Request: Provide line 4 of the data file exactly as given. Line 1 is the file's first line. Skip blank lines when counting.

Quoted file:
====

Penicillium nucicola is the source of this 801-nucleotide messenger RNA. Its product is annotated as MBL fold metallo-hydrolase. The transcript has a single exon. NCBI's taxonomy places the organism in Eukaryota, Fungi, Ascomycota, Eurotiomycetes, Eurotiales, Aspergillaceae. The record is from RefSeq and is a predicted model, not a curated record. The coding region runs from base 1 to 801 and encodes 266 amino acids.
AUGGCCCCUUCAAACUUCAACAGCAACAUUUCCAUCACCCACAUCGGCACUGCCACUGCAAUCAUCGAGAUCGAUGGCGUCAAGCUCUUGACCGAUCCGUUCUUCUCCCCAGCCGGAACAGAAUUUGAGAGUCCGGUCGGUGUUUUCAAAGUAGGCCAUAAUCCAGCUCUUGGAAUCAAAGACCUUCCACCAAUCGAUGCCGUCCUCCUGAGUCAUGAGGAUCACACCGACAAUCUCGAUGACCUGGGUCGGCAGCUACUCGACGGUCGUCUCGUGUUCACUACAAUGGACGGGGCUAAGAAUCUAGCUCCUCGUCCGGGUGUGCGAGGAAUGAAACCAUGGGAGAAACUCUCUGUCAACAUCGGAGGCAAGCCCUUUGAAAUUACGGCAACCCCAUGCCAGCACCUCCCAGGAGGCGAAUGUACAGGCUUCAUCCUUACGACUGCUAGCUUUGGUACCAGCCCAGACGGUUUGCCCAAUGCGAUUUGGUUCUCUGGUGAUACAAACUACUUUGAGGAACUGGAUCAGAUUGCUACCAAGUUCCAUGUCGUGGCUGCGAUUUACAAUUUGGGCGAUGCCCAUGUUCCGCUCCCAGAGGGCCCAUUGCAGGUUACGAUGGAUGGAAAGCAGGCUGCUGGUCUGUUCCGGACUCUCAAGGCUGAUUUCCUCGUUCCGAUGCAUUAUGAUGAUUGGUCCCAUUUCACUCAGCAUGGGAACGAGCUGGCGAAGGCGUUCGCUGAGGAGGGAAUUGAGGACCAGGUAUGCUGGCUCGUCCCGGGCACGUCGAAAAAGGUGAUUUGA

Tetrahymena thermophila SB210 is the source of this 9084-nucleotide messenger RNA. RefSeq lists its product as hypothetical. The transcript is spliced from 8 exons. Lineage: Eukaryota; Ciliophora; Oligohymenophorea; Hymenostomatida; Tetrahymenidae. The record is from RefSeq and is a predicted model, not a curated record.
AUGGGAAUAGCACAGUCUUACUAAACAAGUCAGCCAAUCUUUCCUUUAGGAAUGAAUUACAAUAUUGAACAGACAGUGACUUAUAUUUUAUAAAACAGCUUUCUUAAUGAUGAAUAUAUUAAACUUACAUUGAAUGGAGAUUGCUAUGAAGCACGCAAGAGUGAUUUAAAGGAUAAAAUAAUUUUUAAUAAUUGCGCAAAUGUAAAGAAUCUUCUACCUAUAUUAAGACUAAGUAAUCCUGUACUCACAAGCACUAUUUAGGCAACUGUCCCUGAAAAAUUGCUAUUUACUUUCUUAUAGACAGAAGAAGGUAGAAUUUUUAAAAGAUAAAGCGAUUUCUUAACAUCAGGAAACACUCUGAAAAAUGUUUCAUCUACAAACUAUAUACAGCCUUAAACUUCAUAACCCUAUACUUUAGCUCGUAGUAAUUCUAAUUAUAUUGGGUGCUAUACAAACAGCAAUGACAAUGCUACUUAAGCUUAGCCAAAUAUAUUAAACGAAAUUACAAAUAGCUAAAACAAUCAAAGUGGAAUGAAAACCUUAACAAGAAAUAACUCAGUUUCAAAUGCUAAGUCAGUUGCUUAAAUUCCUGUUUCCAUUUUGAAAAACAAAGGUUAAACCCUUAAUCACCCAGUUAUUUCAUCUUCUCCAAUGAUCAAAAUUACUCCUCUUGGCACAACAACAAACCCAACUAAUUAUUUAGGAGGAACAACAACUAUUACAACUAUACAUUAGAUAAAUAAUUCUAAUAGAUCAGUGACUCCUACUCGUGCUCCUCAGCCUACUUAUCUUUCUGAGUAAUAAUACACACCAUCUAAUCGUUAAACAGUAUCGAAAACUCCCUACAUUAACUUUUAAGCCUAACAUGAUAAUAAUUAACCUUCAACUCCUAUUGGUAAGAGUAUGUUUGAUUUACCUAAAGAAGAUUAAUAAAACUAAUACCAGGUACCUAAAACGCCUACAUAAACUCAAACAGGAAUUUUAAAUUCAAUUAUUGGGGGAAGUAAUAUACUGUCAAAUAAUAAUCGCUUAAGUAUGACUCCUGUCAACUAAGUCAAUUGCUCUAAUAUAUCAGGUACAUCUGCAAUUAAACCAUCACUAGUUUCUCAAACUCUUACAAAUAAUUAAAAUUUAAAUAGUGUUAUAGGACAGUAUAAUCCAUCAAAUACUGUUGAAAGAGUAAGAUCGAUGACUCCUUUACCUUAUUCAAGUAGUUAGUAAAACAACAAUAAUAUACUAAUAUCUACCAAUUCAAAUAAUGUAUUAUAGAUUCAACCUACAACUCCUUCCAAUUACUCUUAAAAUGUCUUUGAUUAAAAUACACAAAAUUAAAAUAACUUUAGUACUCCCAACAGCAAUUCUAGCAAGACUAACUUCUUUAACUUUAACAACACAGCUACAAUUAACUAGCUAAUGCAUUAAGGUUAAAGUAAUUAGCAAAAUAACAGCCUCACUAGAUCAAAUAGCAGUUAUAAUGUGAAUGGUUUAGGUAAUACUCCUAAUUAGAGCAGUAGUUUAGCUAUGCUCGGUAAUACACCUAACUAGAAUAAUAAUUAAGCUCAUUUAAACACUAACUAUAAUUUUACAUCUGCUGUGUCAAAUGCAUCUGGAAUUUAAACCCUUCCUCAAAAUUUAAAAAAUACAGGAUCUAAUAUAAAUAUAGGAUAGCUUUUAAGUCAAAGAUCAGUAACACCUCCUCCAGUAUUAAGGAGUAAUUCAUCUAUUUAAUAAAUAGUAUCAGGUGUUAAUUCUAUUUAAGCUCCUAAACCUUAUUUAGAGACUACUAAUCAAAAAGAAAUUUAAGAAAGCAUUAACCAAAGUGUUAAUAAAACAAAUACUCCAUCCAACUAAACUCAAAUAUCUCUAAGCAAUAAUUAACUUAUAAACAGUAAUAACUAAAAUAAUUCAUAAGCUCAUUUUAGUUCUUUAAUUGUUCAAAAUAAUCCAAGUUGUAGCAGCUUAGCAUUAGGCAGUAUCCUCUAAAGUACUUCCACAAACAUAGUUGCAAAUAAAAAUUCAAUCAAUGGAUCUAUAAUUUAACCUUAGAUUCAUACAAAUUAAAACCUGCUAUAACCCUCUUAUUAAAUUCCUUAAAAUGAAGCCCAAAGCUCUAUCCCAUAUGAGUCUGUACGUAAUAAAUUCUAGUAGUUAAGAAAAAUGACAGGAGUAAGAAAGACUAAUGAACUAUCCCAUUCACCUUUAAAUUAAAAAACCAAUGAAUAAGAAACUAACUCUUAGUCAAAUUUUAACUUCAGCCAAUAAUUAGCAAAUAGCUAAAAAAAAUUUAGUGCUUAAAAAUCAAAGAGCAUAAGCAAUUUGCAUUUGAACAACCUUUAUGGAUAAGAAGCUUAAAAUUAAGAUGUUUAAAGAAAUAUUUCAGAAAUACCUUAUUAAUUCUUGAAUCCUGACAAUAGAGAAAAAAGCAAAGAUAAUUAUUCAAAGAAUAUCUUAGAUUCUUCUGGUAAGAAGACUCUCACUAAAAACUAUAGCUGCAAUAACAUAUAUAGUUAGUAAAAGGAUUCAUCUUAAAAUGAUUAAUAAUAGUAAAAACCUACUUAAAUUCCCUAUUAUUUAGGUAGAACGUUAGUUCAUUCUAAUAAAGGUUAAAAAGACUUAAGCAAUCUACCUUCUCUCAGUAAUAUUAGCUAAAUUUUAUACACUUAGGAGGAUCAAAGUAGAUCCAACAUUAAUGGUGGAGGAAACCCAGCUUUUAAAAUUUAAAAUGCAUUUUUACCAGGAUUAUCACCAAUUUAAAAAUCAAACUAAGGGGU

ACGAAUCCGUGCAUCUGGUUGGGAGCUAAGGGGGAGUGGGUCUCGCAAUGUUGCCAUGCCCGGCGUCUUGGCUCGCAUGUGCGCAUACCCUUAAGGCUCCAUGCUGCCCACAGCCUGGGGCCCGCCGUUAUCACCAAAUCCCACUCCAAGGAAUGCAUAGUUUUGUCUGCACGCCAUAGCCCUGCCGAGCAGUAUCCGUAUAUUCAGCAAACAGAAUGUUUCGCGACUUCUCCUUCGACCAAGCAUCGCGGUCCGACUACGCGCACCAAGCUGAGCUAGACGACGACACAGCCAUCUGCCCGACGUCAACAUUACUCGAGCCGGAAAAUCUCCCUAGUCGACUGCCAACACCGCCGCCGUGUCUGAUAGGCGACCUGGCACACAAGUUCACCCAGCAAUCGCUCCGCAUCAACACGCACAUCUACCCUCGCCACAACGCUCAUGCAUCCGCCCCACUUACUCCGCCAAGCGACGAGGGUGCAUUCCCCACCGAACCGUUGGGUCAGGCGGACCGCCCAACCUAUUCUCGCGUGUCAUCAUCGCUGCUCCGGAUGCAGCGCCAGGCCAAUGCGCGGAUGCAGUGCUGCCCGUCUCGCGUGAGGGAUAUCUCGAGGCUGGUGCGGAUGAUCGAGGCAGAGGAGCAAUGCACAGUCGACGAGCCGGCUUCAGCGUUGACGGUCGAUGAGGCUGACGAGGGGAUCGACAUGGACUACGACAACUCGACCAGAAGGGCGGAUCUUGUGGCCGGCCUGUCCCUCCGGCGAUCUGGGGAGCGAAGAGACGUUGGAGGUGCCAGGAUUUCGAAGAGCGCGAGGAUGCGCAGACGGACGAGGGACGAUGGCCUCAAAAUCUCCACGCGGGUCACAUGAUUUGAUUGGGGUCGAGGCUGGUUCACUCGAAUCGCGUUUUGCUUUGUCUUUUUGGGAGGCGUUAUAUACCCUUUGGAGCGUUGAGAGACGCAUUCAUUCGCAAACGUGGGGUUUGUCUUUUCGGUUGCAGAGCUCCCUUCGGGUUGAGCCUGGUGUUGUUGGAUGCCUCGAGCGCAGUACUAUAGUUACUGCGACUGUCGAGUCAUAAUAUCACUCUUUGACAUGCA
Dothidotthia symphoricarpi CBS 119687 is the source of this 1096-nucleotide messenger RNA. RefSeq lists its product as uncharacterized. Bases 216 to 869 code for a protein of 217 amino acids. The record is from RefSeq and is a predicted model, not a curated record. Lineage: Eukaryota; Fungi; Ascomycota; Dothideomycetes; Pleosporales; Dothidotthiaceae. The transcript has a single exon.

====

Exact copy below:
AUGGGAAUAGCACAGUCUUACUAAACAAGUCAGCCAAUCUUUCCUUUAGGAAUGAAUUACAAUAUUGAACAGACAGUGACUUAUAUUUUAUAAAACAGCUUUCUUAAUGAUGAAUAUAUUAAACUUACAUUGAAUGGAGAUUGCUAUGAAGCACGCAAGAGUGAUUUAAAGGAUAAAAUAAUUUUUAAUAAUUGCGCAAAUGUAAAGAAUCUUCUACCUAUAUUAAGACUAAGUAAUCCUGUACUCACAAGCACUAUUUAGGCAACUGUCCCUGAAAAAUUGCUAUUUACUUUCUUAUAGACAGAAGAAGGUAGAAUUUUUAAAAGAUAAAGCGAUUUCUUAACAUCAGGAAACACUCUGAAAAAUGUUUCAUCUACAAACUAUAUACAGCCUUAAACUUCAUAACCCUAUACUUUAGCUCGUAGUAAUUCUAAUUAUAUUGGGUGCUAUACAAACAGCAAUGACAAUGCUACUUAAGCUUAGCCAAAUAUAUUAAACGAAAUUACAAAUAGCUAAAACAAUCAAAGUGGAAUGAAAACCUUAACAAGAAAUAACUCAGUUUCAAAUGCUAAGUCAGUUGCUUAAAUUCCUGUUUCCAUUUUGAAAAACAAAGGUUAAACCCUUAAUCACCCAGUUAUUUCAUCUUCUCCAAUGAUCAAAAUUACUCCUCUUGGCACAACAACAAACCCAACUAAUUAUUUAGGAGGAACAACAACUAUUACAACUAUACAUUAGAUAAAUAAUUCUAAUAGAUCAGUGACUCCUACUCGUGCUCCUCAGCCUACUUAUCUUUCUGAGUAAUAAUACACACCAUCUAAUCGUUAAACAGUAUCGAAAACUCCCUACAUUAACUUUUAAGCCUAACAUGAUAAUAAUUAACCUUCAACUCCUAUUGGUAAGAGUAUGUUUGAUUUACCUAAAGAAGAUUAAUAAAACUAAUACCAGGUACCUAAAACGCCUACAUAAACUCAAACAGGAAUUUUAAAUUCAAUUAUUGGGGGAAGUAAUAUACUGUCAAAUAAUAAUCGCUUAAGUAUGACUCCUGUCAACUAAGUCAAUUGCUCUAAUAUAUCAGGUACAUCUGCAAUUAAACCAUCACUAGUUUCUCAAACUCUUACAAAUAAUUAAAAUUUAAAUAGUGUUAUAGGACAGUAUAAUCCAUCAAAUACUGUUGAAAGAGUAAGAUCGAUGACUCCUUUACCUUAUUCAAGUAGUUAGUAAAACAACAAUAAUAUACUAAUAUCUACCAAUUCAAAUAAUGUAUUAUAGAUUCAACCUACAACUCCUUCCAAUUACUCUUAAAAUGUCUUUGAUUAAAAUACACAAAAUUAAAAUAACUUUAGUACUCCCAACAGCAAUUCUAGCAAGACUAACUUCUUUAACUUUAACAACACAGCUACAAUUAACUAGCUAAUGCAUUAAGGUUAAAGUAAUUAGCAAAAUAACAGCCUCACUAGAUCAAAUAGCAGUUAUAAUGUGAAUGGUUUAGGUAAUACUCCUAAUUAGAGCAGUAGUUUAGCUAUGCUCGGUAAUACACCUAACUAGAAUAAUAAUUAAGCUCAUUUAAACACUAACUAUAAUUUUACAUCUGCUGUGUCAAAUGCAUCUGGAAUUUAAACCCUUCCUCAAAAUUUAAAAAAUACAGGAUCUAAUAUAAAUAUAGGAUAGCUUUUAAGUCAAAGAUCAGUAACACCUCCUCCAGUAUUAAGGAGUAAUUCAUCUAUUUAAUAAAUAGUAUCAGGUGUUAAUUCUAUUUAAGCUCCUAAACCUUAUUUAGAGACUACUAAUCAAAAAGAAAUUUAAGAAAGCAUUAACCAAAGUGUUAAUAAAACAAAUACUCCAUCCAACUAAACUCAAAUAUCUCUAAGCAAUAAUUAACUUAUAAACAGUAAUAACUAAAAUAAUUCAUAAGCUCAUUUUAGUUCUUUAAUUGUUCAAAAUAAUCCAAGUUGUAGCAGCUUAGCAUUAGGCAGUAUCCUCUAAAGUACUUCCACAAACAUAGUUGCAAAUAAAAAUUCAAUCAAUGGAUCUAUAAUUUAACCUUAGAUUCAUACAAAUUAAAACCUGCUAUAACCCUCUUAUUAAAUUCCUUAAAAUGAAGCCCAAAGCUCUAUCCCAUAUGAGUCUGUACGUAAUAAAUUCUAGUAGUUAAGAAAAAUGACAGGAGUAAGAAAGACUAAUGAACUAUCCCAUUCACCUUUAAAUUAAAAAACCAAUGAAUAAGAAACUAACUCUUAGUCAAAUUUUAACUUCAGCCAAUAAUUAGCAAAUAGCUAAAAAAAAUUUAGUGCUUAAAAAUCAAAGAGCAUAAGCAAUUUGCAUUUGAACAACCUUUAUGGAUAAGAAGCUUAAAAUUAAGAUGUUUAAAGAAAUAUUUCAGAAAUACCUUAUUAAUUCUUGAAUCCUGACAAUAGAGAAAAAAGCAAAGAUAAUUAUUCAAAGAAUAUCUUAGAUUCUUCUGGUAAGAAGACUCUCACUAAAAACUAUAGCUGCAAUAACAUAUAUAGUUAGUAAAAGGAUUCAUCUUAAAAUGAUUAAUAAUAGUAAAAACCUACUUAAAUUCCCUAUUAUUUAGGUAGAACGUUAGUUCAUUCUAAUAAAGGUUAAAAAGACUUAAGCAAUCUACCUUCUCUCAGUAAUAUUAGCUAAAUUUUAUACACUUAGGAGGAUCAAAGUAGAUCCAACAUUAAUGGUGGAGGAAACCCAGCUUUUAAAAUUUAAAAUGCAUUUUUACCAGGAUUAUCACCAAUUUAAAAAUCAAACUAAGGGGU